Hyperautomation has become an essential technology for businesses to maintain a competitive edge. But, why is it that so many businesses start by implementing AP automation?
Previously, we covered Why Hyperautomation is Imperative for the Modern SMB. Then, we dove more into the details of choosing a Hyperautomation framework. Now, I will share with you my first automation project and the lessons I learned from it. In addition, I will propose a few ideas to help you get started with hyperautomation.
Why Start with AP Automation?
Recently, I participated in a panel discussion with Peter Joeckel. His company, HandsFree, has put together a Hyperautomation Platform, targeting the SMB space. Peter asked, I think only half-joking, “Why does everyone start with AP Automation?” He made the point that automating your accounts payable just allows you to get rid of your money faster. Although it got a good chuckle out of us, it actually was a good question. Why did we start with AP automation?
Our main reason was that we had a few vendors offering discounts if we could pay our bills within a short time frame, like 10 days or 2 weeks, rather than the typical 30 days. Our manual processes made it difficult to get bills paid that quickly. So, we were effectively leaving money on the table. When starting any project in automating finance, it doesn’t hurt to show money savings that will pay for some, if not all, of the solution cost.
Of course, there were other reasons that we chose to start with AP automation. It had well-defined requirements as well as increased accuracy. Additionally, it improved our relationships with vendors. Our needs also did not seem to be particularly unique. The accounts payable process has many commonalities across different businesses and even industries. So, expertise from others is beneficial for implementing hyperautomation tools.
Components of Automation Implementation
It’s helpful to have a framework of tools not only for the duration of the implementation process but also after the initial project. The solution we implemented included several key components that we knew would be useful beyond AP automation:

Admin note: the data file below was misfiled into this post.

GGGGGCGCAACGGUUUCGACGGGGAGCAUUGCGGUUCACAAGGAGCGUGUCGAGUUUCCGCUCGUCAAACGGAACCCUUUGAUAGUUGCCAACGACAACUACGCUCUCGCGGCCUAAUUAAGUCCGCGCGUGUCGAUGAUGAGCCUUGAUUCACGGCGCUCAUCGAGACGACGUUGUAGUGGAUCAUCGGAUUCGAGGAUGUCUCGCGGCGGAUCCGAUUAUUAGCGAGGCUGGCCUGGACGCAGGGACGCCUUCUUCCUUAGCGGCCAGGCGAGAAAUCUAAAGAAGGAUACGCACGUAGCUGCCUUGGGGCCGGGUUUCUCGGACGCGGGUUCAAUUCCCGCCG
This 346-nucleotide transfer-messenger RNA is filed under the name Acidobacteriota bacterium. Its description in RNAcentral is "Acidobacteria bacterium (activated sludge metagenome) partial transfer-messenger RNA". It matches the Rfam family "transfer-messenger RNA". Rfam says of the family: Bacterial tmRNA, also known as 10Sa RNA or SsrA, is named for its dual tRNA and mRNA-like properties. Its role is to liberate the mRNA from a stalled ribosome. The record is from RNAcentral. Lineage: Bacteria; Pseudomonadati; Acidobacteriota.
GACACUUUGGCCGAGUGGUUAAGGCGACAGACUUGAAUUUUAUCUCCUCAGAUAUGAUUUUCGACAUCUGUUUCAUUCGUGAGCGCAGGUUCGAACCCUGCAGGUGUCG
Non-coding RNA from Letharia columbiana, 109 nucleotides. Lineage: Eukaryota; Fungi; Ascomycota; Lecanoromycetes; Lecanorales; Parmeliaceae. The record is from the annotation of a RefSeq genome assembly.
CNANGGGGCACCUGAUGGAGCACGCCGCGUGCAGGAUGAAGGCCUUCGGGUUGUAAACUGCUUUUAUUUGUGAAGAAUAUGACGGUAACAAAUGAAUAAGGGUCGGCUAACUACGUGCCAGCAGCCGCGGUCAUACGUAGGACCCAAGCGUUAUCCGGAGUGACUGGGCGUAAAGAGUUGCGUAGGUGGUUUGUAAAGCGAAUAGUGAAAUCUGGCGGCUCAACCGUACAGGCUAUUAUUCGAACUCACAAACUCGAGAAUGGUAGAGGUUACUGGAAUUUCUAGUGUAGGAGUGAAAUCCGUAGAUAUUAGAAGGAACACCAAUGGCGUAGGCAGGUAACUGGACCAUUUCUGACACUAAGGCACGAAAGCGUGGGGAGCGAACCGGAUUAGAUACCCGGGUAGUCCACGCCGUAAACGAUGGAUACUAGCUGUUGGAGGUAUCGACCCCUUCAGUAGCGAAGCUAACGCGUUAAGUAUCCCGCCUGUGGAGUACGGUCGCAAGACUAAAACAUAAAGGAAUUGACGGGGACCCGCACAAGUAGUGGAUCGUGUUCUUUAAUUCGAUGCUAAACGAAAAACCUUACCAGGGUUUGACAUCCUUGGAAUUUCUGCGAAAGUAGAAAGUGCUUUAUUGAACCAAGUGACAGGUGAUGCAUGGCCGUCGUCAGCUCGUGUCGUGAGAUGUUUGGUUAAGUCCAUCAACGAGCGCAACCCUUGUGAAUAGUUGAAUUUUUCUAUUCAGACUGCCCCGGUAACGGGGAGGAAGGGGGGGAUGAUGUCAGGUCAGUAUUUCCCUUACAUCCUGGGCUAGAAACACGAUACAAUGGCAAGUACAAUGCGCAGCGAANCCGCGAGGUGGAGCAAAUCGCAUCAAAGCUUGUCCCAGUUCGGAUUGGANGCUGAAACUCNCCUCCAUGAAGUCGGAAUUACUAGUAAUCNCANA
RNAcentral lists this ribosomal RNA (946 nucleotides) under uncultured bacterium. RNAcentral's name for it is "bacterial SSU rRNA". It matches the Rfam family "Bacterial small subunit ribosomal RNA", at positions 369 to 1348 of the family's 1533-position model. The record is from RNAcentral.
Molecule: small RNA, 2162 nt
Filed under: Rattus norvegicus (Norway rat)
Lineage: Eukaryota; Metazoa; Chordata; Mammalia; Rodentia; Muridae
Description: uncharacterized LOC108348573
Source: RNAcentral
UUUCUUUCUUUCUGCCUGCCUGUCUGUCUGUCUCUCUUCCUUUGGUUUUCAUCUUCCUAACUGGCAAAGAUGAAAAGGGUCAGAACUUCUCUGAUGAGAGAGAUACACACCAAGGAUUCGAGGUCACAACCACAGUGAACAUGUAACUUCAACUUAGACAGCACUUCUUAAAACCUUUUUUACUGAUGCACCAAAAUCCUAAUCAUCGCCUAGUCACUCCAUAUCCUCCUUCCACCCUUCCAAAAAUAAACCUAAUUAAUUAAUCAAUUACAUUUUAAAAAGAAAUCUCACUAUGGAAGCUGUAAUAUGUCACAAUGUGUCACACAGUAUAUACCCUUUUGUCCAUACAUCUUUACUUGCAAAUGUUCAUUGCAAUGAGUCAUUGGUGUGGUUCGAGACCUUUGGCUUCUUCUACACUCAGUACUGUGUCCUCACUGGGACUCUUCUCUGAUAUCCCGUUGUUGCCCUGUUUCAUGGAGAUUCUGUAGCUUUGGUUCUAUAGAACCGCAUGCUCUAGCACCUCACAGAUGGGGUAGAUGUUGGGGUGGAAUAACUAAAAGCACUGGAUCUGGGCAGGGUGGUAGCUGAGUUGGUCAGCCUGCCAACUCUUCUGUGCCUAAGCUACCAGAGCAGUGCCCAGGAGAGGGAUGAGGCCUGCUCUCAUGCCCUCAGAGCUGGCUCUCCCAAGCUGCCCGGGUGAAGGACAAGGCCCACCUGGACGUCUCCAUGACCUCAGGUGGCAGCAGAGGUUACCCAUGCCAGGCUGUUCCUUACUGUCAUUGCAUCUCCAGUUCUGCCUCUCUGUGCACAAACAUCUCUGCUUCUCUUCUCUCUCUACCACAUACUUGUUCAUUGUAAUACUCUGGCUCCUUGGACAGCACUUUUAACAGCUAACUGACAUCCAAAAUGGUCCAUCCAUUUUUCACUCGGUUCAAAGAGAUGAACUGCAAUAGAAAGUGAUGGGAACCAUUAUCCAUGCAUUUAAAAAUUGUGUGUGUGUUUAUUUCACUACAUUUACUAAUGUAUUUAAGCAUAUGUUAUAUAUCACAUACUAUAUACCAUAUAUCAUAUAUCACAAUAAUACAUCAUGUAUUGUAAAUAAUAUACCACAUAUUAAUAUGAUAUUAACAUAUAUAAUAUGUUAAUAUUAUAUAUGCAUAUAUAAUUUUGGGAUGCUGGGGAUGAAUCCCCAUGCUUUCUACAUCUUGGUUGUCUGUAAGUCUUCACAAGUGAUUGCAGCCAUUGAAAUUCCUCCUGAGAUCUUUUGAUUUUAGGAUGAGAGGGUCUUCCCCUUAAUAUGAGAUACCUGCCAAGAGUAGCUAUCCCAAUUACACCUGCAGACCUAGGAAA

- OCR (Optical Character Recognition): AP automation uses OCR to read the invoice details. We knew we could also use this to read other types of documents
- Workflow: On this project, we needed to route the invoices based on various rules. For example, this included vendor, invoice amount, and department. The workflow engine was generic enough that we could use it for many other types of routing as well.
- User Interface: Within the workflow, we sometimes still need human interaction. For instance, sometimes invoice approval, coding an invoice to certain accounts, or adding notes to a document requires this technology. The system needed to provide various means of collecting input from people via client applications, web, or a mobile device. Other processes often need these same interactions.
- Ability to interface with existing systems: For AP automation, it was necessary to integrate with our ERP system for three-way matching between invoices, purchase orders, and receipt of materials as well as updating invoices and payments in the accounting module. Future process automation might also interface with the ERP system. However, it might need to interface with a variety of other systems, so it needed to be flexible in its integration capabilities
Lessons Learned About Automation
- Unexpected Complexity: One of the first lessons I learned was that AP Automation is complex, with lots of moving parts. While it might seem as if our needs were much like anyone else’s, there’s always more involved that what it seems at first. It took us several months to iron out all the wrinkles and feel comfortable with the technology. If I had it to do over, I might try a simpler process for a first attempt. Then again, you need a project that will save enough money to justify the initial cost outlay of the technology solution.
- Viral Adoption: Once we got it working the way we wanted, though, things really took off. Once users saw the benefits of the automation, requests started coming in to automate other processes. This is not necessarily a bad thing! As I said in the previous posts, Hyperautomation is about automating as many processes as possible. It is beneficial to have the business users making the case for automation, driving adoption and proving the value.
- Importance of the Framework: I can’t stress this point enough: having a flexible framework is extremely important. As soon as the users see the value in the automation of one process, you want to be ready to roll into the next process, and a framework that can meet the needs of a variety of use cases will serve you well.
I came across this blog post that provided a very helpful way to identify process automation opportunities: Finding Your Process Automation Sweet Spot. They give a good explanation, along with a nice graphic illustration. In summary, the article drives the point to find a process that has a high frequency and a low complexity, then start there. This way, you can get started without getting bogged down in a complicated process with lots of details, yet you get a high return on investment because you are automating a process that happens very frequently.
Only you can determine which process to automate first. The important thing is to start!
And, if you looking to learn more, then meet me to discuss more at the Automating Finance Battleground digital event.